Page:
By Nikita Stewart and Tim Craig
Washington Post Staff Writers
Wednesday, March 9, 2011; B05
D.C. Council member Jack Evans "indefinitely" postponed Tuesday the confirmation hearing for Lorraine Green as chairman of the Washington Convention and Sports Authority, pending the investigation into allegations by former mayoral candidate Sulaimon Brown that she paid him to help keep his campaign afloat last summer.
Brown, a 40-year-old auditor, made the claims in an interview with The Washington Post after he was fired from his job as $110,000-a-year special assistant at the Department of Health Care Finance.
Mayor Vincent C. Gray (D) had nominated Green, chairman of his mayoral campaign and transition, to head the authority that owns and manages the Walter E. Washington Convention Center and RFK Stadium. It also owns Nationals Park.
Green's confirmation hearing had been scheduled for next Wednesday, but Evans (D-Ward 2) delayed it in the wake of Brown's accusations. "It's being postponed indefinitely until the matter gets resolved one way or the other," he said. "It definitely will not be next week."
Green, who announced Friday that she is retiring from her position as an Amtrak executive April 1, did not return an e-mail and a call seeking comment.
Meanwhile, the Office of the Attorney General said Tuesday that it will not directly investigate Brown's allegations, as Gray requested Sunday. Instead, the office said in a statement that it will guide probes launched by the Office of the Inspector General and the Office of Campaign Finance "to avoid duplication of efforts and in an attempt to assure that the matters are investigated promptly and thoroughly."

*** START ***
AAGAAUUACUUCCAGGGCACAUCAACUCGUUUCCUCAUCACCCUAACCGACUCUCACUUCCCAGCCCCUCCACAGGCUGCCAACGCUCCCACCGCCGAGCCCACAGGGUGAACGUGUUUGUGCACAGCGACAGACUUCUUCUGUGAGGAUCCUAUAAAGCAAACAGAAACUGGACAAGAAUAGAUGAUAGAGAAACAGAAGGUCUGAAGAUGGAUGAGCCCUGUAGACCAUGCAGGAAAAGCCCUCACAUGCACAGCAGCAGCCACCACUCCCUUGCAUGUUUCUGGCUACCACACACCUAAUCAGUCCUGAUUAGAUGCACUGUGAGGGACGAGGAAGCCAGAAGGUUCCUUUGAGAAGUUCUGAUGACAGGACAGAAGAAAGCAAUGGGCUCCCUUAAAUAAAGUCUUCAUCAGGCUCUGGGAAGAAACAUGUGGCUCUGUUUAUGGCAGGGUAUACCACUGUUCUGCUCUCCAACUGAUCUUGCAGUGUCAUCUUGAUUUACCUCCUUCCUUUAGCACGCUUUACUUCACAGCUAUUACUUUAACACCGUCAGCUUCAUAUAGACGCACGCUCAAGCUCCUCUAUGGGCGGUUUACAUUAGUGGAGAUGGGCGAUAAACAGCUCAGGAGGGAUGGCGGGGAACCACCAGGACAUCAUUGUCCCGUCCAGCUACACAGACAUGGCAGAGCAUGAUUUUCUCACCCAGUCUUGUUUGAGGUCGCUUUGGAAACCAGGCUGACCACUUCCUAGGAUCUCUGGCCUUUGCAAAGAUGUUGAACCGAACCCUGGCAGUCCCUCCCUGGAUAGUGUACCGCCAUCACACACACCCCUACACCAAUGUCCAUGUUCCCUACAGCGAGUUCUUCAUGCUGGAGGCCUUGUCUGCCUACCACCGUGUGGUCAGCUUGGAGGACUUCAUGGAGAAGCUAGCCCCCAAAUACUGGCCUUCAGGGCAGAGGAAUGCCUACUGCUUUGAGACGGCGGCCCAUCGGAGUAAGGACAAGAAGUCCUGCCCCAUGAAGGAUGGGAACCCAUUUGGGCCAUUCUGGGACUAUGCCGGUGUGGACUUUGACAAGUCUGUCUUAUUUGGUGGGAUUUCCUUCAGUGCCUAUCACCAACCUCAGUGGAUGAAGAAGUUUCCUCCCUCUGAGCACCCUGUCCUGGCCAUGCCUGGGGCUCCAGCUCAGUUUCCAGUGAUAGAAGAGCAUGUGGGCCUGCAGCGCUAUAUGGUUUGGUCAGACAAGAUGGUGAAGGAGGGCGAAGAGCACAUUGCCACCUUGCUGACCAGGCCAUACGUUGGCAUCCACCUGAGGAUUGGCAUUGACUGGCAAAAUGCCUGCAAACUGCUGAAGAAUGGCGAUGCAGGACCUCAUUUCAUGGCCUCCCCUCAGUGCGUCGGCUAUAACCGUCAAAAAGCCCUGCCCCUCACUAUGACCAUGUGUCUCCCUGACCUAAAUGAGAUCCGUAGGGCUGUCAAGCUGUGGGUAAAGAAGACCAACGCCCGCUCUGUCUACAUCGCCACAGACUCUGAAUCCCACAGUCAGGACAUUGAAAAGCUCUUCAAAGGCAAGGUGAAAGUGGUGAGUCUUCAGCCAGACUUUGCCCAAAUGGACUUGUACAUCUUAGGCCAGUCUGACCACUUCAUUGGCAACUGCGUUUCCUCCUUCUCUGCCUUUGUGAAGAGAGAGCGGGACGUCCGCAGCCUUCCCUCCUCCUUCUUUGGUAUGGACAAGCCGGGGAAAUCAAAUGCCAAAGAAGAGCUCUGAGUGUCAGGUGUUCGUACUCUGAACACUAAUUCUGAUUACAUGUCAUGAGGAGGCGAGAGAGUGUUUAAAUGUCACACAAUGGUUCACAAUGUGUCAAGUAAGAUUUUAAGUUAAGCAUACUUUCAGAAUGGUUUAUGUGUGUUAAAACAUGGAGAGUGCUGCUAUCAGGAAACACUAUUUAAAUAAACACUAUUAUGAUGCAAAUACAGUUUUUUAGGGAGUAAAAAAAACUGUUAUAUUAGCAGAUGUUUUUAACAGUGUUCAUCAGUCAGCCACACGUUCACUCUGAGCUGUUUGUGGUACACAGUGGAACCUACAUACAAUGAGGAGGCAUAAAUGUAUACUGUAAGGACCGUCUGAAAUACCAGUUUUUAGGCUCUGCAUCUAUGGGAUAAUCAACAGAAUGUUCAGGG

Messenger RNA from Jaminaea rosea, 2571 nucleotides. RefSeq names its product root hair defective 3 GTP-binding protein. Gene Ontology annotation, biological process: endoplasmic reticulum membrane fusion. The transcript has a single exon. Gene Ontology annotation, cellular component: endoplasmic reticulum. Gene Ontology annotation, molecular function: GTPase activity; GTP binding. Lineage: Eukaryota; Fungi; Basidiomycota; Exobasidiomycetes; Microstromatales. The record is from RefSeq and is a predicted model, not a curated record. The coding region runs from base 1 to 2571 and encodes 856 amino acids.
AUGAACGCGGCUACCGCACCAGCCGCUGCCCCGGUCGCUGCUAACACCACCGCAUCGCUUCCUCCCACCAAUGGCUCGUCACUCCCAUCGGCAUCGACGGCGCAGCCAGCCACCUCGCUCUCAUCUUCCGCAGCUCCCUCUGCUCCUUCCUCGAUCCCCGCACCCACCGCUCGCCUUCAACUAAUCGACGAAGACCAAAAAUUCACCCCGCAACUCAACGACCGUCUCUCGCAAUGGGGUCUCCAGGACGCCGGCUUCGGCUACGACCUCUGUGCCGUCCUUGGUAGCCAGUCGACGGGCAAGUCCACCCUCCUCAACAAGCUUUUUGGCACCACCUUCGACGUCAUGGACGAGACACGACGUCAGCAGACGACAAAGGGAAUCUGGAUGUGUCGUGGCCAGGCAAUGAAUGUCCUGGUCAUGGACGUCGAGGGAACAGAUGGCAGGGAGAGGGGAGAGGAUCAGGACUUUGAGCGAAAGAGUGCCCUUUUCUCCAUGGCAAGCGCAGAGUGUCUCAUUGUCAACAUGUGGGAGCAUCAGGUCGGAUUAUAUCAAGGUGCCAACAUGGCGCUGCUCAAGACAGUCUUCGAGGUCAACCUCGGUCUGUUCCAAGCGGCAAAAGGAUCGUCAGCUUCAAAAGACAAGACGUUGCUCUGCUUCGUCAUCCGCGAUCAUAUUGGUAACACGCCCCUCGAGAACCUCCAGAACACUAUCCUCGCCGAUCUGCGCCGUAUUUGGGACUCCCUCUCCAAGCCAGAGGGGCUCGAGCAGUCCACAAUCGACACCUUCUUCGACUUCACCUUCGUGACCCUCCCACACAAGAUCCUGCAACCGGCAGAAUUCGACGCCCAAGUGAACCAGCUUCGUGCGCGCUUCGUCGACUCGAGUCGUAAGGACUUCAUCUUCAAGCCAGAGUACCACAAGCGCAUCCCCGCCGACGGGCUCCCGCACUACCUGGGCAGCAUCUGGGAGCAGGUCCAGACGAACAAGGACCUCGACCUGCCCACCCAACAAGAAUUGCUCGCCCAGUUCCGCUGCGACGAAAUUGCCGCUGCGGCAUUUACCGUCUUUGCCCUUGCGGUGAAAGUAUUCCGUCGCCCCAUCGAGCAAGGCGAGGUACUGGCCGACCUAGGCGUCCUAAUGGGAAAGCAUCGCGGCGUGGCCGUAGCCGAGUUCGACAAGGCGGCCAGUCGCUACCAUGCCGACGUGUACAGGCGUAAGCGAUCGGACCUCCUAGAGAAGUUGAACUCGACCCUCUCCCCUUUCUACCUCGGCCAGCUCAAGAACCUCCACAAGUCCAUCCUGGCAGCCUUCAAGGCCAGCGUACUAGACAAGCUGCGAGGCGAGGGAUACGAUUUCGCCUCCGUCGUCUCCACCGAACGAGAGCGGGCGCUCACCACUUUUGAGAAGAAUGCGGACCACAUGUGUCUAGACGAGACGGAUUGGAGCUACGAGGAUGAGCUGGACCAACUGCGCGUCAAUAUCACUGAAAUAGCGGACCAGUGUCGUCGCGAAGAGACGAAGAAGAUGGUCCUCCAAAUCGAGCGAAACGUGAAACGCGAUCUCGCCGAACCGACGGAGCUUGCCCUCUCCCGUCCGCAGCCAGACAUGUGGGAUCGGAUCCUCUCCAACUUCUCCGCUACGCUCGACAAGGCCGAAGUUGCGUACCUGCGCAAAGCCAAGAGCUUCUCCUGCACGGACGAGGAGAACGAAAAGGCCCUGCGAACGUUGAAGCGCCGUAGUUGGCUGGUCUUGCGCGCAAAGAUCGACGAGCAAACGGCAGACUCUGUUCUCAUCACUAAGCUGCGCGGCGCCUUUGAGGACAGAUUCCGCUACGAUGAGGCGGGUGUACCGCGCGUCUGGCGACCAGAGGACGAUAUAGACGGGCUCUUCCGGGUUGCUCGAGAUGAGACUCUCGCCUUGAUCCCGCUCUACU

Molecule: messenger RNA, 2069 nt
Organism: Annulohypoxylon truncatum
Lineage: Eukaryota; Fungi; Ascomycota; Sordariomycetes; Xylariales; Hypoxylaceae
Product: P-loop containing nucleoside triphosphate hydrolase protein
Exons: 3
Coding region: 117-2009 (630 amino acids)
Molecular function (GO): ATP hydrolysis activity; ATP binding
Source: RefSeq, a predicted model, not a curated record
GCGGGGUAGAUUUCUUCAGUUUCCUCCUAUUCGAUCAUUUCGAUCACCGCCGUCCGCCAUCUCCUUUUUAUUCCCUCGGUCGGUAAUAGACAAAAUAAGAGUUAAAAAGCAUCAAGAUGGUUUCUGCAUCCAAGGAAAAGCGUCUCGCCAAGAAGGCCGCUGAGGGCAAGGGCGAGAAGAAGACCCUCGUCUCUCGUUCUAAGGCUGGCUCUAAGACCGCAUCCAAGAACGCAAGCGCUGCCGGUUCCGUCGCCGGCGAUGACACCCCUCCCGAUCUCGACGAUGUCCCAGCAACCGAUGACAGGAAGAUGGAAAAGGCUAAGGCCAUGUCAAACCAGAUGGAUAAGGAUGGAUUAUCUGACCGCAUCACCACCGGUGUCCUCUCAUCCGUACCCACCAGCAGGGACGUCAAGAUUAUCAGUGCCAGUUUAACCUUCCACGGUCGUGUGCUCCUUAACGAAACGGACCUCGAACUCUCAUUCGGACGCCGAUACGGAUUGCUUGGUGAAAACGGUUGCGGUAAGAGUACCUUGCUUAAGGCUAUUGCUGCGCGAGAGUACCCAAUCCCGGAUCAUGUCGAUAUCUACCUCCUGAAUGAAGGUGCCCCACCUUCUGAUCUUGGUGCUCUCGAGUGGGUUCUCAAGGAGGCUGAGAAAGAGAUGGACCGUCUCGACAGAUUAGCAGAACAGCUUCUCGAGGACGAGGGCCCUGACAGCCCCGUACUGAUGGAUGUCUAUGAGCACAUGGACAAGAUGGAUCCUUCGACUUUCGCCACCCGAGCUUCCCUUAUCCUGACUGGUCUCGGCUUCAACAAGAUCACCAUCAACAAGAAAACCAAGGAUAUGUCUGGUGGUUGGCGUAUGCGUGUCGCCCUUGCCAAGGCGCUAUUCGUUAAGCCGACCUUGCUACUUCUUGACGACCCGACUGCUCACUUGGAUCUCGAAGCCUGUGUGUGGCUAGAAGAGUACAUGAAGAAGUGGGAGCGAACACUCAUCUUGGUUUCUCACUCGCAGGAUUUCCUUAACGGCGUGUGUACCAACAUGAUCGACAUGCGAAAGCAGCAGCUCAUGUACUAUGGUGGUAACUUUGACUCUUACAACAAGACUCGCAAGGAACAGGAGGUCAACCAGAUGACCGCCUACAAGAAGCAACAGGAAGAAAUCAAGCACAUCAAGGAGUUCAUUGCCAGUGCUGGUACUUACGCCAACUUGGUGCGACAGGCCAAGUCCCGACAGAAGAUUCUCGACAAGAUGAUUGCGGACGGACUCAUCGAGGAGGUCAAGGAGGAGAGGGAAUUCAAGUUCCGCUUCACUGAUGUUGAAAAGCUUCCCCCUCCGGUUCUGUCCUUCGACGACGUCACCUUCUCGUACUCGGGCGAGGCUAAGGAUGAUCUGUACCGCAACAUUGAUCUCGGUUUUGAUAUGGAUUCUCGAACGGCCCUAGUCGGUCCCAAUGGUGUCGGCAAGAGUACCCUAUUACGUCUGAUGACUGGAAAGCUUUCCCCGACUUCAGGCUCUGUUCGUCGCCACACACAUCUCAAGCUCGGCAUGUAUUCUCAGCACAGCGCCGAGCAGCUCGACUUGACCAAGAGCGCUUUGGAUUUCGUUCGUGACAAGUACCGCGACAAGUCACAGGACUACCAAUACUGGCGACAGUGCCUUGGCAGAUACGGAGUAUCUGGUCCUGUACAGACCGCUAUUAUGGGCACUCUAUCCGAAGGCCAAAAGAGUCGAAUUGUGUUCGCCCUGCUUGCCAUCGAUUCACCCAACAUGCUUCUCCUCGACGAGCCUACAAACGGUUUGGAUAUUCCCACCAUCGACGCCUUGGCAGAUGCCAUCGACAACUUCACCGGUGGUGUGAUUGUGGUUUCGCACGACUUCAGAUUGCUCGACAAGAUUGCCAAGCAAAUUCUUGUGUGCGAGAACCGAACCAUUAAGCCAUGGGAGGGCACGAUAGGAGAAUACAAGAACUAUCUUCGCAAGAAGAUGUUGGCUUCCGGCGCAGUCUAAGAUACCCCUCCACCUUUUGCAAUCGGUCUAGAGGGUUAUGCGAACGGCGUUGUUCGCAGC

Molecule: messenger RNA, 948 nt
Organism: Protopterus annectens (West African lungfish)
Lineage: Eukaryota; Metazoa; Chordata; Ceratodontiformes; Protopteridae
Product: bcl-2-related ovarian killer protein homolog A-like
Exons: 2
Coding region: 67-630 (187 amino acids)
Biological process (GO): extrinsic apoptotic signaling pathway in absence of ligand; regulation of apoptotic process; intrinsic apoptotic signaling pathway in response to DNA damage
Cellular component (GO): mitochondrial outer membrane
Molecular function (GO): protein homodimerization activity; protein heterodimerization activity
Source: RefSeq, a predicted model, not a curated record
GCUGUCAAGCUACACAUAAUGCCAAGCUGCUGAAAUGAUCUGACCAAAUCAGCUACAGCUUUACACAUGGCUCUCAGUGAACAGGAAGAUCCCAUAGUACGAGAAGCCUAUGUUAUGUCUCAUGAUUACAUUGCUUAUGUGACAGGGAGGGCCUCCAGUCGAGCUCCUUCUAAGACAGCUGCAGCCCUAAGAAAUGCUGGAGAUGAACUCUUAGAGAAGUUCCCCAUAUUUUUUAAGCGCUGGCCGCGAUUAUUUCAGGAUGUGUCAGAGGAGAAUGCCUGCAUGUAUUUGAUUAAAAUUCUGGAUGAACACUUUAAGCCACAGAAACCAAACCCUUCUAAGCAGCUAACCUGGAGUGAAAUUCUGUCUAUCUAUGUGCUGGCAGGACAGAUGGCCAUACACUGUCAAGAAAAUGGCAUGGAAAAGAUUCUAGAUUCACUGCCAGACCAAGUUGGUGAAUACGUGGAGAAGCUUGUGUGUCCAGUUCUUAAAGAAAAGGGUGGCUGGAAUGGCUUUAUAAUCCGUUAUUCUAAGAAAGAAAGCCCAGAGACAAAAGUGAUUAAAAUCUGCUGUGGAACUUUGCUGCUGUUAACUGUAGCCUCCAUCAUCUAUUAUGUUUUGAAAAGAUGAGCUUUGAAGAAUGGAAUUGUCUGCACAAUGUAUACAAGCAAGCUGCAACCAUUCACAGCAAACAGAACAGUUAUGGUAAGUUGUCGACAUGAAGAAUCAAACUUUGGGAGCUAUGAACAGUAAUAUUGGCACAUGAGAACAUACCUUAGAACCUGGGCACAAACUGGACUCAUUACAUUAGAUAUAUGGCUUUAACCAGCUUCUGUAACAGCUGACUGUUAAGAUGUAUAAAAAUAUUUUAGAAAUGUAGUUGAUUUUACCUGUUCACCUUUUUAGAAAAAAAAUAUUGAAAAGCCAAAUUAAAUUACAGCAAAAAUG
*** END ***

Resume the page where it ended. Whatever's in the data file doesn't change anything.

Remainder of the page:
Several council members said they wanted a different office to investigate because Interim Attorney General Irvin B. Nathan was appointed by Gray.
"We will work to ensure that these investigative agencies have full and prompt access to D.C. government records, as well as to personnel with knowledge of these matters," the statement read.
Meanwhile, Brown said he met with staff of the House Oversight and Government Reform Committee on Tuesday. According to a congressional source who was not authorized to speak publicly about the meeting, the committee reached out to Brown to determine whether he has concerns about how the District is investigating his claims.
Brown, a former police officer at the University of the District of Columbia, was fired from his post at the Department of Health Care Finance on Feb. 24 after media reports of legal troubles. Security escorted him out, and hours later he crashed a news briefing Gray called to address the dismissal.
Brown alleges that he received payments from Green and Howard L. Brooks, who was paid $44,000 for his work as a consultant for the Gray campaign. Both Green and Brooks have denied that they paid Brown, and The Post could not independently verify any payments.
Brown also alleges that Gray and Green promised him a job in return for bashing then-Mayor Adrian M. Fenty (D) on the campaign trail. Green and Gray have denied the allegation.
The Post found that Brown exchanged several calls to the phone numbers of Green and Brooks over the summer. Brown sent text messages to Gray demanding that he and Green stick to what Brown said was an agreement for a job. Gray texted Brown that "agreements" had not been "breached," but the mayor said he was referring to a job interview he promised Brown and that that promise was not made in return for bashing Fenty.
Green has called Brown's claims "ridiculous" and a "smear campaign."
Brown is on paid administrative leave until March 11, but he said he is fighting the city's position that he will not be paid a severance.